Roasted with chickpeas, grilled with labneh, baked with coconut – Nigel Slater’s tomato recipes

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The Guardian

I sometimes think I grow tomatoes for their scent alone. Passing the straggly plants on the steps, it is almost impossible not to rub a leaf or two between finger and thumb. They offer a smell that is herbal, a little spicy at the stalk, with – to my nose at least – notes of thyme and marjoram. Unlike sweet peas or narcissi, other favourite “homegrown” smells, your nose doesn’t become numb to it if you sniff too often.

There are plenty of good fruits if you look around. The best are often those with a flash of orange or green rather than a perfect, monotone scarlet. Give them a sniff. Not an infallible trick to detecting a tomato worth eating, but more reliable than going on looks alone. Those fruit with a snap of sharpness, a hint of piquancy and bite are the ones I eat unadulterated, maybe with a little olive oil or a timeless dressing of black olives and basil. These are the ones I cut into small dice – a more delicate version of a chopped salad – and toss with crisp gnocchi or garlicky croutons still hot and salty from the frying pan. It is the larger fruits I tend to bake or grill.

They say a fridge can dull a tomato’s flavour, but what is more refreshing than the squirt of golden juice from a fridge-chilled cherry tomato? I keep a box of them there for snacking on. Smarties for grownups. Salt teases out their flavour, which is of course why anchovies and parmesan are a tomato’s best friends, but you don’t always need them.

The peppery leaves – rocket, basil and watercress – all work their magic. Especially true if you can find bunches of proper, thick-stemmed, glossy-leaved watercress rather than the tangle of hair-thin stems and tiny leaves in a bag we now see so often.

While yellow tomatoes, even those grown at home, can be a bit flabby and soft-fleshed, the ones with green shoulders or emerald and orange stripes can be catnip for those who cherish a sweet-sour note. I cook them under a hot grill, their cut edges flecked with pepper, thyme leaves and olive oil. If they are too sweet, shake the red-wine or sherry vinegar bottle over them – works a treat.

Tomato salad with olives and anchovies

For a decade or more I grew tomatoes on the sunny side of the back garden, then, when I rethought the layout, they moved home to capacious pots on the kitchen steps.

The best are those whose skins have been open to the heat of the sun, even though being left to the elements means they will be somewhat pock-marked and gnarled. Who cares what they look like, what matters is the intensity of their flavour.

When I find tomatoes good enough to eat raw, I slice them thickly and dress them with olive oil and black pepper. There will be basil too, and occasionally a few shakes of red-wine vinegar. But more than anything, there will be olives. Tomatoes adore the salty piquancy of olives as much as they do anchovies.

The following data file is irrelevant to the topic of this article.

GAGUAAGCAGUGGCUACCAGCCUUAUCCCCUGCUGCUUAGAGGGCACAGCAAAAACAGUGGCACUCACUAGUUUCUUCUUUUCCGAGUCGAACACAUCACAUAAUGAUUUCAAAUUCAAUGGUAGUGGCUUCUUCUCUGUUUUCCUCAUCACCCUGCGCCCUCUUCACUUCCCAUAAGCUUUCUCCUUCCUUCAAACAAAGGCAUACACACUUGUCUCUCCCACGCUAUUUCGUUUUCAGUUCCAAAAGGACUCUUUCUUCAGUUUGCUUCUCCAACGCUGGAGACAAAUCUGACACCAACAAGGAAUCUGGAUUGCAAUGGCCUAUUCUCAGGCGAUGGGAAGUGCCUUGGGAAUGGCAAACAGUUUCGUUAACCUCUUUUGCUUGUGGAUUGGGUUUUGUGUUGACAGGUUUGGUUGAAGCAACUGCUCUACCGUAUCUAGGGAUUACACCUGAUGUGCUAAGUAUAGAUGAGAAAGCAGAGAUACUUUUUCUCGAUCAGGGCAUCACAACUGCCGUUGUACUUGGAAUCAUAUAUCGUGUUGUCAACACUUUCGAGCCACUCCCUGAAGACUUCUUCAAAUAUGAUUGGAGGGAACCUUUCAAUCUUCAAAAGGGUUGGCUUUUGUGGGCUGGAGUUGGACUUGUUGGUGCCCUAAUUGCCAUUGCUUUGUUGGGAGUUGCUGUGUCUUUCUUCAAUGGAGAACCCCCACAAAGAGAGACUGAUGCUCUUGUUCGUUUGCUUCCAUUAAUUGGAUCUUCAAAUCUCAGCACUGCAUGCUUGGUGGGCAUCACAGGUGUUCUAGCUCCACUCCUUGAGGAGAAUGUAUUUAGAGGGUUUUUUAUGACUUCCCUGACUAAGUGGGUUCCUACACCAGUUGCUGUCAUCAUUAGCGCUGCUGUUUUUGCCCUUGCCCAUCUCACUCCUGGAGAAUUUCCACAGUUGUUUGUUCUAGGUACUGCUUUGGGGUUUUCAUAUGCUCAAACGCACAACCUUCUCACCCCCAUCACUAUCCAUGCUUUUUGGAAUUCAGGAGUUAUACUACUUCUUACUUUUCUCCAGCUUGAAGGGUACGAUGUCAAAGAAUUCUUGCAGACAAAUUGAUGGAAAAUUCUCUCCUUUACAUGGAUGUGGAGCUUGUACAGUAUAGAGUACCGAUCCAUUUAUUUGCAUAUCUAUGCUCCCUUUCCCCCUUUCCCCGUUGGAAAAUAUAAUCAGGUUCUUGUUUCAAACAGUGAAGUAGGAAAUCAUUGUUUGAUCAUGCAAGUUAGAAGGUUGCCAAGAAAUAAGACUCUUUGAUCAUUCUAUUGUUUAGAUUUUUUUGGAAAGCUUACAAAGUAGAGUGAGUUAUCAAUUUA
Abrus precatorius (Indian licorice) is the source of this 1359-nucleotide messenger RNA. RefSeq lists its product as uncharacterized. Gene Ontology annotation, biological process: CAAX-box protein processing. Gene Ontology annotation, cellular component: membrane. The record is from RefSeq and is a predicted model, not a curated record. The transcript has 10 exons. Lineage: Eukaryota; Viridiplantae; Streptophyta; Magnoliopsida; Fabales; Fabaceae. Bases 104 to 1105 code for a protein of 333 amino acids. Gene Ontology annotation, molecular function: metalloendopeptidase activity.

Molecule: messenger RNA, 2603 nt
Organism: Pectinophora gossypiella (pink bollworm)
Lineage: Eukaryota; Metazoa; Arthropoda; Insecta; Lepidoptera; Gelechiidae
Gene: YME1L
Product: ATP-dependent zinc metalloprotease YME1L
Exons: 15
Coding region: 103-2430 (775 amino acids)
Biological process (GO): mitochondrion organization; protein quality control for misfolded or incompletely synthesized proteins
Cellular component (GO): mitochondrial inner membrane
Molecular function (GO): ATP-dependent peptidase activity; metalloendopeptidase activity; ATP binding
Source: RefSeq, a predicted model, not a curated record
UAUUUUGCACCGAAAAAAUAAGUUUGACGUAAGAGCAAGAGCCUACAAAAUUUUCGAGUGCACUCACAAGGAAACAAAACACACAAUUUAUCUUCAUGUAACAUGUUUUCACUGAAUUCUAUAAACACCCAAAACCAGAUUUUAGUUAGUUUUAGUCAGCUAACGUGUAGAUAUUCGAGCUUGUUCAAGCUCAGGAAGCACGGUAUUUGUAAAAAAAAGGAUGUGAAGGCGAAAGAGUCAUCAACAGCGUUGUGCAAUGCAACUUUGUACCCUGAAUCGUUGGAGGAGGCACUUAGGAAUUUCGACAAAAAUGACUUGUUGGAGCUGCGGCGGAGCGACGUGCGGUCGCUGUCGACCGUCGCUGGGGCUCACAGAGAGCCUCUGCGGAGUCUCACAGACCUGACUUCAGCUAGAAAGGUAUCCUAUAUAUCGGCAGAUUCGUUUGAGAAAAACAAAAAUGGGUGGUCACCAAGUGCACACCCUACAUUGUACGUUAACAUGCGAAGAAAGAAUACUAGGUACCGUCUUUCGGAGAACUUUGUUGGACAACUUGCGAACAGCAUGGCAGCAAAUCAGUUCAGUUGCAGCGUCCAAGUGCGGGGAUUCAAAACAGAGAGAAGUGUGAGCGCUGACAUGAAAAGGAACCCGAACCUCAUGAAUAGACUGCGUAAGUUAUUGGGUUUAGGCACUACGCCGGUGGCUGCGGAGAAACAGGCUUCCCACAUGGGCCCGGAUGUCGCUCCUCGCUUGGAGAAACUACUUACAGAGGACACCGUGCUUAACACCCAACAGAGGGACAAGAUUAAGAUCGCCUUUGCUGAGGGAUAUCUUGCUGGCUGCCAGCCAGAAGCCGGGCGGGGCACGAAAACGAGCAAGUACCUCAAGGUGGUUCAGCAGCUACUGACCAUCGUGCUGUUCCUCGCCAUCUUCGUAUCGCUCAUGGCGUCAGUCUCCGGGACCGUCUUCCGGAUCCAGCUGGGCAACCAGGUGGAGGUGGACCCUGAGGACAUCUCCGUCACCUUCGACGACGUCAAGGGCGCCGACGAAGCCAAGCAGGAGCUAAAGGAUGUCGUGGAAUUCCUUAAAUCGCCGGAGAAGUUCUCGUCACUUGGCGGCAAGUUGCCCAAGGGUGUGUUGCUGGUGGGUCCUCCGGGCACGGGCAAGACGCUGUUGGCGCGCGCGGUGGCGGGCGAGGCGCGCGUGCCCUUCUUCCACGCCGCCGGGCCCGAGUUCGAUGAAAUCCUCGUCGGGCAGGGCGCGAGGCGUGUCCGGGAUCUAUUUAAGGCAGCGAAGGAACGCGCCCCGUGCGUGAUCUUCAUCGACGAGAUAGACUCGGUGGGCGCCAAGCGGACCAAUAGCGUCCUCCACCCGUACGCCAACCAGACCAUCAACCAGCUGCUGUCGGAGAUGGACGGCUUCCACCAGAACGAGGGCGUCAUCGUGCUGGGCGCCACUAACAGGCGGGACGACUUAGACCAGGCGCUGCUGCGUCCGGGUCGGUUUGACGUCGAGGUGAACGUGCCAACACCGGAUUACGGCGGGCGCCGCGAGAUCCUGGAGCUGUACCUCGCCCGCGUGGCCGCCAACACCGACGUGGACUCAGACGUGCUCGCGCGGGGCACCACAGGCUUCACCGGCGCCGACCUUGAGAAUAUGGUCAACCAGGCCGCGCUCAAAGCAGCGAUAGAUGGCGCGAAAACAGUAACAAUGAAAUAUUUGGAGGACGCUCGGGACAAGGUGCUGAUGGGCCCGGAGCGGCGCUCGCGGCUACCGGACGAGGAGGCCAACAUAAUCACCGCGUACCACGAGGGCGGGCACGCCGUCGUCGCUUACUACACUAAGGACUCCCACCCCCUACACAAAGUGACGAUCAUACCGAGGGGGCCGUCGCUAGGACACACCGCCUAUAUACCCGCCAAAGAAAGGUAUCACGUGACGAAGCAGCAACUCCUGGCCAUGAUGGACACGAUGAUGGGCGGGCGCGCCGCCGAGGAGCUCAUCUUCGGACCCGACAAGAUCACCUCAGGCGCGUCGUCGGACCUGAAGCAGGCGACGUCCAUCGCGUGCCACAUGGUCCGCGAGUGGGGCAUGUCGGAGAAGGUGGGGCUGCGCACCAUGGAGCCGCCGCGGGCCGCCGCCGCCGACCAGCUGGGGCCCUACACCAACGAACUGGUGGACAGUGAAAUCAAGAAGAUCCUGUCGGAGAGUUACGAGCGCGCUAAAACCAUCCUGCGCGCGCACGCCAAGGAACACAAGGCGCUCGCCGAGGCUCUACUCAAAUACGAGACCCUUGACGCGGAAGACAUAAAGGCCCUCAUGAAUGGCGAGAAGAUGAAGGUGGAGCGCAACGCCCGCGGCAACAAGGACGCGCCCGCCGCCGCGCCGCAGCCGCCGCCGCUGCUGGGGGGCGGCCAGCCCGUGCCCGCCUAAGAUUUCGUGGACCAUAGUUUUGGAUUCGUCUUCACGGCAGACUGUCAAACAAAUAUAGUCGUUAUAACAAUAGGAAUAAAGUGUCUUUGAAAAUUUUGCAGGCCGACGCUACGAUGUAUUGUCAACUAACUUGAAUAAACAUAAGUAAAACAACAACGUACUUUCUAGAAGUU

In the case of this salad, one of those that begs to be eaten outdoors, I include both.

Serves 6 as an accompaniment
black olives 10, stoned
anchovy fillets 8, salted or bottled
capers 2 tsp
parsley leaves a large handful
basil leaves 12
garlic 1 small clove
red-wine vinegar 1 tbsp
olive oil 3 tbsp
dijon mustard 1 tsp
tomatoes 1kg

Finely chop the black olives. Wipe the anchovy fillets with kitchen paper to remove excess oil or salt and finely chop. Mix together the olives, anchovy and capers.

Finely chop the parsley leaves and the basil, then stir into the olive mixture.

Peel and crush the garlic to a paste using a pestle and mortar and a pinch of sea salt flakes. Into the garlic paste, stir the vinegar and set aside for 10 minutes. This will soften the pungency of the garlic. Using a fork or small whisk, beat in the olive oil, the mustard and a little black pepper (you won’t need salt unless you aren’t using the anchovies).

Stir the dressing into the parsley and olive mixture. Cut the tomatoes into thin slices – I like mine about ½cm thick, but that is up to you – then place them, slightly overlapping on a large dish. Spoon the dressing over them, leave for a good 15 minutes somewhere cool, then serve.

Grilled tomatoes, cucumber and beetroot labneh

Grilled tomatoes, cucumber and beetroot labneh. Photograph: Jonathan Lovekin/The Observer

You can get into a terrible mess grilling tomatoes, so I find it best to cook them “under” rather than “on” a grill. If you get the tray snug to the overhead grill they brown appetisingly on their cut sides, and the flesh below softens rather than collapses as it does when you cook them more slowly. The smoky notes of the scorched surface of fruit and the sharp-sweet seedy jelly within makes for good eating.

I have been known to serve them with salsa verde (mashed parsley, basil, anchovies, lemon juice, vinegar and olive oil) but also with a mixture of labneh, the strained and salted yoghurt, and grated beetroot.

Serves 3-4
thick yoghurt 200g
cucumber 250g
beetroot 1 small, raw
tomatoes 550g, large
za’atar 2 tsp
mint leaves 12

Put the yoghurt in a sieve over a bowl, add ½ a teaspoon of salt and leave to drain for an hour. Peel the cucumber, lightly shaving off the dark green skin with a vegetable peeler, then slice it in half down its length. Using a teaspoon, scrape and discard the seedy core from each half. Coarsely grate the cucumber into a large sieve, sprinkle with a little salt and leave to drain over a bowl. Coarsely grate the beetroot.

Switch on the overhead grill. Cut the tomatoes in half and place them cut side up on a grill pan or baking sheet lined with tin foil. Lightly season with salt and the za’atar. Cook the tomatoes under the grill for 10-12 minutes or until their cut edges start to brown.

In a small bowl, place the strained yoghurt, the drained cucumber, squeezed of any excess liquid, and the grated beetroot. Finely chop the mint leaves then add to the yoghurt and stir gently (if you overdo it, your labneh will turn pink).

Put the grilled tomatoes on a serving plate and serve with the cucumber and beetroot labneh.

Roasted tomatoes, courgettes and chickpeas

Roasted tomatoes, courgettes and chickpeas. Photograph: Jonathan Lovekin/The Observer

Roasting a tomato with a little olive oil in a blisteringly hot oven will deliciously scorch the skin of the tomato and concentrate the juices in the roasting to a sticky caramel. This Marmite-like goo – basically the caramelised sugars from the tomato – makes a rich sweet-sour base for any dressing. To the tomatoes I add pieces of courgette and garlic, and flakes of dried chilli, turning the courgettes over regularly as they cook, so they are coated with roasting juices. This is essential, by the way, rather than a mere suggestion. Hot or cold, this is a juicy accompaniment to anything else you may be planning to put on the table, but it can also become a principal dish simply by adding cooked chickpeas or butter beans.